A. The most sassy balance in wrath is a reflection of an earlier belief system that hybrid DPS is not the pure form of DPS (2)
B. This may be in conflict with the "bring the player, not the class" idea, also a concept that is unique in Wrath (6)
C. While wrath was in play, the developers thought of adding haste for SW:P (1)
D. The initial decision to reject an rushed SW:P was based on (A) as well as worry that it might be a tad overpowered (4)
E. Future changes to haste snapshotting Corruption when applied in a similar manner to SW:P, could alleviate concerns that hasted SW has been overpowered (5)
F. So, if we follow that "bring the player rather than the school" principle and taking into account these changes in corruption it is logical to include a hasty SW:P in line with an anti-corruption model.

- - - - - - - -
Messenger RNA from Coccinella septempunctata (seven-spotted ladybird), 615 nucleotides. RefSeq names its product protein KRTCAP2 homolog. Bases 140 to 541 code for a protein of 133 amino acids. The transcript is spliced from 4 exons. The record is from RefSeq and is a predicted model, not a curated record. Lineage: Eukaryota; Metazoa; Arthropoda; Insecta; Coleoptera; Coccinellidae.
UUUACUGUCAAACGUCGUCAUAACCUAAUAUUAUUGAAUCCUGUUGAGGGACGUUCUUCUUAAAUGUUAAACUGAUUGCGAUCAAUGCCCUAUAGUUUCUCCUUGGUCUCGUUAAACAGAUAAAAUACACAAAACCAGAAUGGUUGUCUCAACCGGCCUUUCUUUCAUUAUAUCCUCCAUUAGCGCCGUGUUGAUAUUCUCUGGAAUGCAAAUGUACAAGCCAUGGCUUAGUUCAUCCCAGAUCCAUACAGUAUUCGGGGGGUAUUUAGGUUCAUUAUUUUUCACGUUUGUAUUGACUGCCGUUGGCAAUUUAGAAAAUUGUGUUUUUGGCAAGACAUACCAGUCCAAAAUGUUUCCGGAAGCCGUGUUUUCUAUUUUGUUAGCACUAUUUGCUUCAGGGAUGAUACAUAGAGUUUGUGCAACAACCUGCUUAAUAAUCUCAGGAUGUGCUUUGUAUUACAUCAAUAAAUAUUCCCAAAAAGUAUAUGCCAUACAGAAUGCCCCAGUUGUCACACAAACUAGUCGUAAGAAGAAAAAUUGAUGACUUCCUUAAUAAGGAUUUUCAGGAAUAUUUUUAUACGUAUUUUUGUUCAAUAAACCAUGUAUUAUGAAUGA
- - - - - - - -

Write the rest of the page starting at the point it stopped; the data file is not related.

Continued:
My name as Linelo which means "I am" and a dedicated shadow priest theory creator co-creator of the simulation game Shadow Priest and am a full-time participant in the classic wow community. Wrath of the Lich King classic (WoTLKC) is just nearing the end of the road with the traditional Priest/Shadow Priest Discords are flooded with questions about the possibility of a shadow priests in the next classic expansion. Like every classic release, there's an "pre-defined" meta - and a class performance expectations. The most frequent reaction to the viability of shadow priests in the face of wrath the wrath of God is "there is no longer any need for shadow priests since their DPS is much lower than pure classes. Likewise, other hybrid classes like debuffs, balance druids and so on are no longer exclusive." Ghostcrawler put an argument in his post on 10/26/09, that was titled "Hybrid taxes (2)." The blue post argues that the blue article, Ghostcrawler essentially argues that hybrid classes can cause less harm because they are able to change their spec in order to perform a new function, whereas "pure" classes need to be rewritten completely. This argument will only affect the DPS specification for the hybrid classes, and will only reduce the variety of spec. In the past few years of the classic, the shadow priest has either been an entire meme or a full support class. In classic vanilla, the shadow priest is not a class or is a combination of a healer and DPPS support. The most accurate example for the "hybrid tax" was the TBC shadow priest , where their DPS was average, however the utility was essential. This kind of balance allows players to take on the classes they love without being put away due to not being "optimal." The WOTLKC shadow priests are required to make an entire identity shift from a "hybrid" classes for support to the "hybrid" DPS class. That's where difficulties occur. If a shadow priest is able to produce less DPS than warlocks or mage simply because they are hybrid, then playing hybrid DPS isn't recommended, unless required for situations which require a healing spec. In this classic-meta-optimal-raiding era most high-end/competitive guilds/raids won't be seeing many hybrid DPS at all anymore. The majority of hybrids will be tankers or healers, and DPS slots will now be reserved to most pure DPS classes. In TBCC the shadow priest's slot was mostly guaranteed because of their powerful support capabilities, but In WoTLKC shadow priests aren't needed for raids as their DPS is less that "pure" classes, as well as other hybrid classes with similar value. This means that shadow priests' DPS is the only distinct aspect that determines their location in the raid (other other than social aspects), which is generally "respec to help the raid" or use the raid or play your "pure" DPS alt class.Then, during in 2008's BlizzCon WoW Class Panel, Ghostcrawler stated that "you'll be able to bring the player , not the spec with the next expansion. (6)"